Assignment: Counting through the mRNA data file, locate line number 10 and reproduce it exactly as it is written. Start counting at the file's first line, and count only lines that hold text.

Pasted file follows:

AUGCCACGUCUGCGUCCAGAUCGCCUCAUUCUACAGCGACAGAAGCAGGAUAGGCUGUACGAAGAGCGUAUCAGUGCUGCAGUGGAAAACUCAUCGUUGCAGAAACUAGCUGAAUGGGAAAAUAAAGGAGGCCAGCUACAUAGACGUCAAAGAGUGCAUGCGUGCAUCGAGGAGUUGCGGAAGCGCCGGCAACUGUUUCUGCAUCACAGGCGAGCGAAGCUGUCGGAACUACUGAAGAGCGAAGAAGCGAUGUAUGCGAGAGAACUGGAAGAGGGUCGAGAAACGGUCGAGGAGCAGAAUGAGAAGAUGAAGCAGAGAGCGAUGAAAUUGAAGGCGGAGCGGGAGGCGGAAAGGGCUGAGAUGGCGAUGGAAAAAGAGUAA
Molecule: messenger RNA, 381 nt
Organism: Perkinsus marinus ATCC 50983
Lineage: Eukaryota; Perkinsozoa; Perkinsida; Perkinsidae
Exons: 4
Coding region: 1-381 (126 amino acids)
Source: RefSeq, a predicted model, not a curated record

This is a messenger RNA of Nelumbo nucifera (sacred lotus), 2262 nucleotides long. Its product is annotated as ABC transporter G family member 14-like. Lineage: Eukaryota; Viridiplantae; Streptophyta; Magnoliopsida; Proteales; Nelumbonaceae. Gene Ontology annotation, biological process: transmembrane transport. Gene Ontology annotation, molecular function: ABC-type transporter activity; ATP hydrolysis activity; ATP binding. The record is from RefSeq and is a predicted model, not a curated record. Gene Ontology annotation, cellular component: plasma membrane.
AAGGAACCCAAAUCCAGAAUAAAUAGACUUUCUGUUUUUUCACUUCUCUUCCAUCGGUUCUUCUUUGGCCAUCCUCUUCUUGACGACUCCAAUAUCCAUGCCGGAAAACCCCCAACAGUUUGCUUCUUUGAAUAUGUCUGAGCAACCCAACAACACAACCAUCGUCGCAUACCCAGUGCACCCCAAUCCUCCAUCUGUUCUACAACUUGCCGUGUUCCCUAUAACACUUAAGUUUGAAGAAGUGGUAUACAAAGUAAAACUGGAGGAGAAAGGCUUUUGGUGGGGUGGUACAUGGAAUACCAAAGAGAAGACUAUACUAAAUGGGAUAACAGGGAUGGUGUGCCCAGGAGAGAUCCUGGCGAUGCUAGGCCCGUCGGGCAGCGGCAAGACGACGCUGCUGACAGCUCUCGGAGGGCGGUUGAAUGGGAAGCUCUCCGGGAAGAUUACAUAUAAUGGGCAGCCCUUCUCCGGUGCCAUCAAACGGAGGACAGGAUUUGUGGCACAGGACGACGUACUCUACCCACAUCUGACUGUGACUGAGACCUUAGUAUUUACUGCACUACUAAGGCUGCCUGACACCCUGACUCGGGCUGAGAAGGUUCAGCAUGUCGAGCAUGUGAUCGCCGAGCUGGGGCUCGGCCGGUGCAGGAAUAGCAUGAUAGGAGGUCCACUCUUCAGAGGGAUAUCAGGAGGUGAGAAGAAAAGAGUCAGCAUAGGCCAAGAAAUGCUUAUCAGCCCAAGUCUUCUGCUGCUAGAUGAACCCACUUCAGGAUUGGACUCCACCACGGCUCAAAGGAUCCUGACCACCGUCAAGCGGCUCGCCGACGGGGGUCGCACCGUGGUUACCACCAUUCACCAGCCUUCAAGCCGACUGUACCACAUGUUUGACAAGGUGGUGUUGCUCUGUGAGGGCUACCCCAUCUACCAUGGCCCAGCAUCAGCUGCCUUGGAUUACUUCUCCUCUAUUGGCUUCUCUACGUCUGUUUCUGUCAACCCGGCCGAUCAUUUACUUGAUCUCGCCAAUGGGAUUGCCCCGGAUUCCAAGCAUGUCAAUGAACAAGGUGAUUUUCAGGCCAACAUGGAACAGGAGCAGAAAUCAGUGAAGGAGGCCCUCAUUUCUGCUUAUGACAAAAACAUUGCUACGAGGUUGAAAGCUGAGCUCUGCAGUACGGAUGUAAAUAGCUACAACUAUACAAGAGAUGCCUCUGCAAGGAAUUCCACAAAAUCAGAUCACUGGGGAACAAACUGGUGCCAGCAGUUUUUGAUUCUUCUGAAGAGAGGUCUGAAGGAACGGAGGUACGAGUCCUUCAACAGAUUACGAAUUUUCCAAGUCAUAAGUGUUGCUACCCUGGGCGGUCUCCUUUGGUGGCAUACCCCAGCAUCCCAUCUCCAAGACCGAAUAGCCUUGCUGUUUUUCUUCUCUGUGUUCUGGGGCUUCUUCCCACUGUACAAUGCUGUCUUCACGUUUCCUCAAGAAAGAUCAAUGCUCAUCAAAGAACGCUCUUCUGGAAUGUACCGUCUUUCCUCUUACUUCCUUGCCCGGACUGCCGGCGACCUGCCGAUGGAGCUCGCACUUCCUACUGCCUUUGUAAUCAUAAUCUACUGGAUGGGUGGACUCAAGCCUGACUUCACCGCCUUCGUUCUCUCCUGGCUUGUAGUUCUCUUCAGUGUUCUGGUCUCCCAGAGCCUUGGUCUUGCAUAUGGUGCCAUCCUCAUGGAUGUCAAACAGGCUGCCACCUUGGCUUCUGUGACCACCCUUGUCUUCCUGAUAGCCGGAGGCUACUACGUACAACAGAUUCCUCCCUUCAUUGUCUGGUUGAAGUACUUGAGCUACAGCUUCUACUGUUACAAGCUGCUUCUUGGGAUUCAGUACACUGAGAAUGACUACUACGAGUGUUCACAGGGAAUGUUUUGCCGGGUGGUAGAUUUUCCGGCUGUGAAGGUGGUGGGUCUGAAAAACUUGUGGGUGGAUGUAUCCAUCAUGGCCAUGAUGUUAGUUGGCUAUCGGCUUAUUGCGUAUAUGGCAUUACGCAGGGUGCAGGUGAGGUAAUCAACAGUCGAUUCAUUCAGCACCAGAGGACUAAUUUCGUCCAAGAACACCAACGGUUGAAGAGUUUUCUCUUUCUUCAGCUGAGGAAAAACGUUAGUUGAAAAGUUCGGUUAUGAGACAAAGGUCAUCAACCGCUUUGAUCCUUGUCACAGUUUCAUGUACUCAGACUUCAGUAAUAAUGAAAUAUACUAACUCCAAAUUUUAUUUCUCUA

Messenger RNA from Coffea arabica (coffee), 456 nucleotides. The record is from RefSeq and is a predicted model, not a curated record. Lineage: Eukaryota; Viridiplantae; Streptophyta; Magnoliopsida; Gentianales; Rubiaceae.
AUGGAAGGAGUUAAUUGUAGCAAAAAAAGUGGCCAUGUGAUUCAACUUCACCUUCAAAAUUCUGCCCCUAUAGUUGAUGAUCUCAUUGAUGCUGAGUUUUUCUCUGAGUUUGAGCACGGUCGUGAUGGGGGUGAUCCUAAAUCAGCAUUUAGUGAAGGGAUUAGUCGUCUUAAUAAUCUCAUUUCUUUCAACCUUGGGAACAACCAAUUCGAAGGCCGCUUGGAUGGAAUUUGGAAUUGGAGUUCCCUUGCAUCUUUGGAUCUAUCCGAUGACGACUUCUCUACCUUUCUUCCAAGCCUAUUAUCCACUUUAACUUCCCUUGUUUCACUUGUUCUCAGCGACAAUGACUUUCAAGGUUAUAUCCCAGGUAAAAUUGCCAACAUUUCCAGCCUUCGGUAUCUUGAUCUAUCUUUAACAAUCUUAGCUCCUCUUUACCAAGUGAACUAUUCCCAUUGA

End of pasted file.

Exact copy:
Messenger RNA from Coffea arabica (coffee), 456 nucleotides. The record is from RefSeq and is a predicted model, not a curated record. Lineage: Eukaryota; Viridiplantae; Streptophyta; Magnoliopsida; Gentianales; Rubiaceae.